Synopses & Reviews
Originally published in 1932 as Red Mother, this book was perhaps the first record of the womens side of Indian life, and it has become a classic work in its field.
Pretty-shield told her story to Frank Linderman through an interpreter and using the sign language. A medicine woman of the Crows, she was one of the few who remembered what it was like before the white man came and the buffalo went away. She tells about the simple games and dolls of an Indian childhood and the duties of the girls and women—setting up the lodges, dressing the skins, picking berries, digging roots, cooking. From her account we learn about courtship, marriage, childbirth and the care of babies, about medicine-dreams, the care of the sick, and the dangers and joys of womanhood among men whose lives were spent in hunting and fighting.
Grandmother's Grandchild is the remarkable story of Alma Hogan Snell, a Crow woman brought up by her grandmother, the famous medicine woman Pretty Shield. Snell grew up during the 1920s and 1930s, part of the second generation of Crows to be born into reservation life. Like many of her contemporaries, she experienced poverty, personal hardships, and prejudice, and left home to attend federal Indian schools.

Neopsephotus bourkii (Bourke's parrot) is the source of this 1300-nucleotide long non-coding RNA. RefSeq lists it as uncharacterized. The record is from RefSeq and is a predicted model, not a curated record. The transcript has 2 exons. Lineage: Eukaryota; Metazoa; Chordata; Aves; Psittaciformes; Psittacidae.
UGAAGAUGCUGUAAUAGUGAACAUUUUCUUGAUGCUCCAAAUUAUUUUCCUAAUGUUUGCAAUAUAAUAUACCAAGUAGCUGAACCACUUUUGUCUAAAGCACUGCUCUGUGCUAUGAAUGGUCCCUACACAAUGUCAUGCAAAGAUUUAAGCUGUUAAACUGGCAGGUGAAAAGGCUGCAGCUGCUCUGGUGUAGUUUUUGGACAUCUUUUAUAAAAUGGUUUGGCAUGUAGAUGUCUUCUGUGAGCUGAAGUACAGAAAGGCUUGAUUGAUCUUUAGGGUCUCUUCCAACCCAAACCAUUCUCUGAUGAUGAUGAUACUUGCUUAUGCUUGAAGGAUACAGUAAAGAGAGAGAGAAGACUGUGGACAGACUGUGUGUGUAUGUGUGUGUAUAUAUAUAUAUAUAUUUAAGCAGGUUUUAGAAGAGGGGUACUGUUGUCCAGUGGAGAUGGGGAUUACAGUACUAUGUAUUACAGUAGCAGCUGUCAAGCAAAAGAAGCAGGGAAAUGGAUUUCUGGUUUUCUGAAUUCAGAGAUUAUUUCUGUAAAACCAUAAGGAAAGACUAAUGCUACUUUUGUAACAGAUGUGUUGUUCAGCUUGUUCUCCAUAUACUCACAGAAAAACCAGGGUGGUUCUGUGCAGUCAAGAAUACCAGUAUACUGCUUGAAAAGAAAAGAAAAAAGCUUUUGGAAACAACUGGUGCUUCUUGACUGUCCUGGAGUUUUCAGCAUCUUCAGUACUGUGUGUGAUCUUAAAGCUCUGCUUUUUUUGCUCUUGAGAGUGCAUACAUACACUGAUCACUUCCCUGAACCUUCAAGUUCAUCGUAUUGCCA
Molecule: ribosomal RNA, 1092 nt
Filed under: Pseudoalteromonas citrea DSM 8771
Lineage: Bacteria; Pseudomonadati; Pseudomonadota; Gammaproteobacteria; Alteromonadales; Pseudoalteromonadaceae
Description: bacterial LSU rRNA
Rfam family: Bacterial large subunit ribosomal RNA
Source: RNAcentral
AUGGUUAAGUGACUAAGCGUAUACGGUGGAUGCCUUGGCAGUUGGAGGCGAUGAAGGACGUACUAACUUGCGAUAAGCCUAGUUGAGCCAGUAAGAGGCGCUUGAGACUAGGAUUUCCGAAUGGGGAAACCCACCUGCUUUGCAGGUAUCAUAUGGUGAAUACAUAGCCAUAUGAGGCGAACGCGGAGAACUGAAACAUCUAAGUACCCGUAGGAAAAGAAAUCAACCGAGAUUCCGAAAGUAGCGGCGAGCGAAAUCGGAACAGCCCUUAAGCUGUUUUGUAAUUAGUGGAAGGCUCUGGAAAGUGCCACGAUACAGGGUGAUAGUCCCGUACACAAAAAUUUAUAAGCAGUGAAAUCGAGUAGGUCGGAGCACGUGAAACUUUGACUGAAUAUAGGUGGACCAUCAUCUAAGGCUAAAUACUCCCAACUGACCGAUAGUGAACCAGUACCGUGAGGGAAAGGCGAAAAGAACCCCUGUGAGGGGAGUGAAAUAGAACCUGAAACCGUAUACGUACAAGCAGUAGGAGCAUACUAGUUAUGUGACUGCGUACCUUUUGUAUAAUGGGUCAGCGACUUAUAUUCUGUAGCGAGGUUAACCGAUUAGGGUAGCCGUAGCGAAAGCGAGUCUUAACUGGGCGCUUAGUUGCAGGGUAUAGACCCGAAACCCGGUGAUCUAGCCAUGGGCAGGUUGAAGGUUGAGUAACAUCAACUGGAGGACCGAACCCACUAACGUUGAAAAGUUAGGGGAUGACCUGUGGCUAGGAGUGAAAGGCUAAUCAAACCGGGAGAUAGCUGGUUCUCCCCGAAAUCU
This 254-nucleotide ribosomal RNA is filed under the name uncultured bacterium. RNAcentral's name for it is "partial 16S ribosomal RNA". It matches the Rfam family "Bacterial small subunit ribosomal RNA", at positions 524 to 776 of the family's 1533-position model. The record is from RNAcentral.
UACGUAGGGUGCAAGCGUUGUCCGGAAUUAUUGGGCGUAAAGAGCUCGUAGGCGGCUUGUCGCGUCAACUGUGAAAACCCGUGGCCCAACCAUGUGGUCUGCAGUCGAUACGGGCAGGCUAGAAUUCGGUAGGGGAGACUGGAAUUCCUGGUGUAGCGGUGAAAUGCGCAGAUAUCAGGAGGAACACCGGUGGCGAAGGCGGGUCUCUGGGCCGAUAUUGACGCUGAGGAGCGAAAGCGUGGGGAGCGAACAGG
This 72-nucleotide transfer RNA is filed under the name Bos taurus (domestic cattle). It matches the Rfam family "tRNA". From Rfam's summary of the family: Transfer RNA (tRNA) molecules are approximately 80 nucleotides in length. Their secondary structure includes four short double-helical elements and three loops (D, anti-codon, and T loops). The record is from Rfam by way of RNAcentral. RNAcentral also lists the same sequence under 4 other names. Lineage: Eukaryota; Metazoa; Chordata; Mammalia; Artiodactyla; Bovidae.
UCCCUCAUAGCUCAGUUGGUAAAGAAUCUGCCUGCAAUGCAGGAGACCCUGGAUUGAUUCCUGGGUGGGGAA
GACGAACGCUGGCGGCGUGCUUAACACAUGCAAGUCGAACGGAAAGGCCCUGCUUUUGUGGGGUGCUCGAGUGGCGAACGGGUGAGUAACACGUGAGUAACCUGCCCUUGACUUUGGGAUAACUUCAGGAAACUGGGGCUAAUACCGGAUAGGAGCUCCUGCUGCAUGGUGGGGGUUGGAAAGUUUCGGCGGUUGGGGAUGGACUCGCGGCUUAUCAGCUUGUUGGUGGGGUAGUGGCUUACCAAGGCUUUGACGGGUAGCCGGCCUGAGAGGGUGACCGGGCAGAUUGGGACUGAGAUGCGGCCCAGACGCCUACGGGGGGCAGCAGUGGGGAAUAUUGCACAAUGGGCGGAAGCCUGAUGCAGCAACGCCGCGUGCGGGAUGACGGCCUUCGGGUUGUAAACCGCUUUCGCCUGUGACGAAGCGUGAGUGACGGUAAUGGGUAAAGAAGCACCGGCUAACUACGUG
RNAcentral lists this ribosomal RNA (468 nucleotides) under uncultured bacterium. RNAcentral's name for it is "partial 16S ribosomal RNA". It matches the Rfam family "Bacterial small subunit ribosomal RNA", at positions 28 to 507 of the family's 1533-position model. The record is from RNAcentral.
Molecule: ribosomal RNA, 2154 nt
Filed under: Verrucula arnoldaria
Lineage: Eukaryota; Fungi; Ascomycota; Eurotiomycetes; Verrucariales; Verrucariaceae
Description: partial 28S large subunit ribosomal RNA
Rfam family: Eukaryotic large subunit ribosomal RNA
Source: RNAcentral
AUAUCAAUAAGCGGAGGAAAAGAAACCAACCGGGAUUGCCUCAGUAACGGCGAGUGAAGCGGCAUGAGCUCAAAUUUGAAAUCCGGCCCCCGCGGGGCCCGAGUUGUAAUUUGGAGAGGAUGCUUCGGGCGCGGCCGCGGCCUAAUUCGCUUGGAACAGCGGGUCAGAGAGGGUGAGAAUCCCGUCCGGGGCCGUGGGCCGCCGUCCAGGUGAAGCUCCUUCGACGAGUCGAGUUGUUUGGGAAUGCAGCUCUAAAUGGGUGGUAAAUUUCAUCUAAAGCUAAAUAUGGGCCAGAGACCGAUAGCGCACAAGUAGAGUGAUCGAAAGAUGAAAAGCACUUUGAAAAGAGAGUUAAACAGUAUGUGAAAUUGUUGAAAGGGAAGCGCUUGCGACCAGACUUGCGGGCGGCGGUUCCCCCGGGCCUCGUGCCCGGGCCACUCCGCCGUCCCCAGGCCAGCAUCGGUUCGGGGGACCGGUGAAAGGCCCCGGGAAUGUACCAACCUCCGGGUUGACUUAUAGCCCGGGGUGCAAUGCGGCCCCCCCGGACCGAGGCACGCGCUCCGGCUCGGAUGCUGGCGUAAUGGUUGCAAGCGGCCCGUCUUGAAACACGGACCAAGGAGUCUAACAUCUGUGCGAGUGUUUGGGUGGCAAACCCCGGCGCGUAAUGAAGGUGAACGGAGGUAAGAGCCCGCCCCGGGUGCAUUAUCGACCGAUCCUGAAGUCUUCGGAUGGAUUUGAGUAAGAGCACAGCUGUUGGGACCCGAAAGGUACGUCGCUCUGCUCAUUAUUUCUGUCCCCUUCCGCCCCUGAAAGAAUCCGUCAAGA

What makes Snell's story particularly engaging is her exceptional storytelling style. She is frank and passionate, and these qualities yield a memoir unlike those of most Native women. The complex reservation world of Crow women -- harsh yet joyous, impoverished yet rich in meaning -- unfolds for readers. Snell's experiences range from the forging of an unforgettable bond between grandchild and grandmother to the flowering of an extraordinary love story that has lasted more than five decades.
About the Author
Frank B. Linderman was born in Ohio in 1869 and in 1885 went to Montana. His early years there were spent as trapper, hunter, and cowboy. He was intimately associated with the Crows and other Indian tribes. Lindermans Plenty-Coups: Chief of the Crows, is also a Bison Book.